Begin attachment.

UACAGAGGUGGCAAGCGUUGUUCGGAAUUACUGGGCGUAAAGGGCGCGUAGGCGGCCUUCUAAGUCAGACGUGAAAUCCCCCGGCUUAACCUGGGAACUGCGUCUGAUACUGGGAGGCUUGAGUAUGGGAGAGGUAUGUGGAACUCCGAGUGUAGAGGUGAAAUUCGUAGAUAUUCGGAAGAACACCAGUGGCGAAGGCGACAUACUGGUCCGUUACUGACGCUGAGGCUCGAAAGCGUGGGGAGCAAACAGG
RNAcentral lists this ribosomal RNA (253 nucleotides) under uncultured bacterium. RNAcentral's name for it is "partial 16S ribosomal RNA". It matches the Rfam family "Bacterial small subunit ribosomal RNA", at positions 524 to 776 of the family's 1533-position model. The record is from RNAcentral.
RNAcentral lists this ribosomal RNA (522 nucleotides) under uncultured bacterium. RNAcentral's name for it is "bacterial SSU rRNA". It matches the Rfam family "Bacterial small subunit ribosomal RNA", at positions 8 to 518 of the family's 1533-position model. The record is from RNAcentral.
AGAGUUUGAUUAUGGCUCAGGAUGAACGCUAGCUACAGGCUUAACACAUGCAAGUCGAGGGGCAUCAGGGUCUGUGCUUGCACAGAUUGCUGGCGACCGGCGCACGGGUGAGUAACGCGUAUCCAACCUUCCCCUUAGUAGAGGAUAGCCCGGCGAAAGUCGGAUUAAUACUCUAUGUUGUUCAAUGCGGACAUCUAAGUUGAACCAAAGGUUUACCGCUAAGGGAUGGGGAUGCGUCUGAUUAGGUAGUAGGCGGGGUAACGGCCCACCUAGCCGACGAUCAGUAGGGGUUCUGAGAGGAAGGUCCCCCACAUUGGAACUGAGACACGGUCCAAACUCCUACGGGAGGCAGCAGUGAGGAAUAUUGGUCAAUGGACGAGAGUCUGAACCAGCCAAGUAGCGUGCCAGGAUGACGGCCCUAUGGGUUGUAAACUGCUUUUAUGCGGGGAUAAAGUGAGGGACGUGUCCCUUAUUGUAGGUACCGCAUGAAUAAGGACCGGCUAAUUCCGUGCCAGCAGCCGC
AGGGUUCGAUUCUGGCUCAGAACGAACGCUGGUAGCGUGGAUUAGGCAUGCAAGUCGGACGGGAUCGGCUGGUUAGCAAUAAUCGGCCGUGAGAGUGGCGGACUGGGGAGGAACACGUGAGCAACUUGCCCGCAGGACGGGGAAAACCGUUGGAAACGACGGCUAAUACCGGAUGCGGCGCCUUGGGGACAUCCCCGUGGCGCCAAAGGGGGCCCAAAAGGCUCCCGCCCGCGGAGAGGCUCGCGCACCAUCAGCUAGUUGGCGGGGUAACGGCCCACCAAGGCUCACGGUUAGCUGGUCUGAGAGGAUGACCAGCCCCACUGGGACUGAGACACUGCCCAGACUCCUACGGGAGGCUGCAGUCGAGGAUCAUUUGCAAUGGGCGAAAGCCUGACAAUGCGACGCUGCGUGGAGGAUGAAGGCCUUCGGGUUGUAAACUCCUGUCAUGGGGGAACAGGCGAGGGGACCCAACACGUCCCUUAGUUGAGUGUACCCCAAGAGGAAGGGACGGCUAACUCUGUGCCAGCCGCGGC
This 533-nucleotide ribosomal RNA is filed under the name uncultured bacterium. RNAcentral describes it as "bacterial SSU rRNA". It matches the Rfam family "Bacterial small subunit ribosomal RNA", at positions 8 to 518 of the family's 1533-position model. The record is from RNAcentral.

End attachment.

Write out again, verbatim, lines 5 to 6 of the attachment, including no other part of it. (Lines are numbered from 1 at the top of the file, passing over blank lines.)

AGGGUUCGAUUCUGGCUCAGAACGAACGCUGGUAGCGUGGAUUAGGCAUGCAAGUCGGACGGGAUCGGCUGGUUAGCAAUAAUCGGCCGUGAGAGUGGCGGACUGGGGAGGAACACGUGAGCAACUUGCCCGCAGGACGGGGAAAACCGUUGGAAACGACGGCUAAUACCGGAUGCGGCGCCUUGGGGACAUCCCCGUGGCGCCAAAGGGGGCCCAAAAGGCUCCCGCCCGCGGAGAGGCUCGCGCACCAUCAGCUAGUUGGCGGGGUAACGGCCCACCAAGGCUCACGGUUAGCUGGUCUGAGAGGAUGACCAGCCCCACUGGGACUGAGACACUGCCCAGACUCCUACGGGAGGCUGCAGUCGAGGAUCAUUUGCAAUGGGCGAAAGCCUGACAAUGCGACGCUGCGUGGAGGAUGAAGGCCUUCGGGUUGUAAACUCCUGUCAUGGGGGAACAGGCGAGGGGACCCAACACGUCCCUUAGUUGAGUGUACCCCAAGAGGAAGGGACGGCUAACUCUGUGCCAGCCGCGGC
This 533-nucleotide ribosomal RNA is filed under the name uncultured bacterium. RNAcentral describes it as "bacterial SSU rRNA". It matches the Rfam family "Bacterial small subunit ribosomal RNA", at positions 8 to 518 of the family's 1533-position model. The record is from RNAcentral.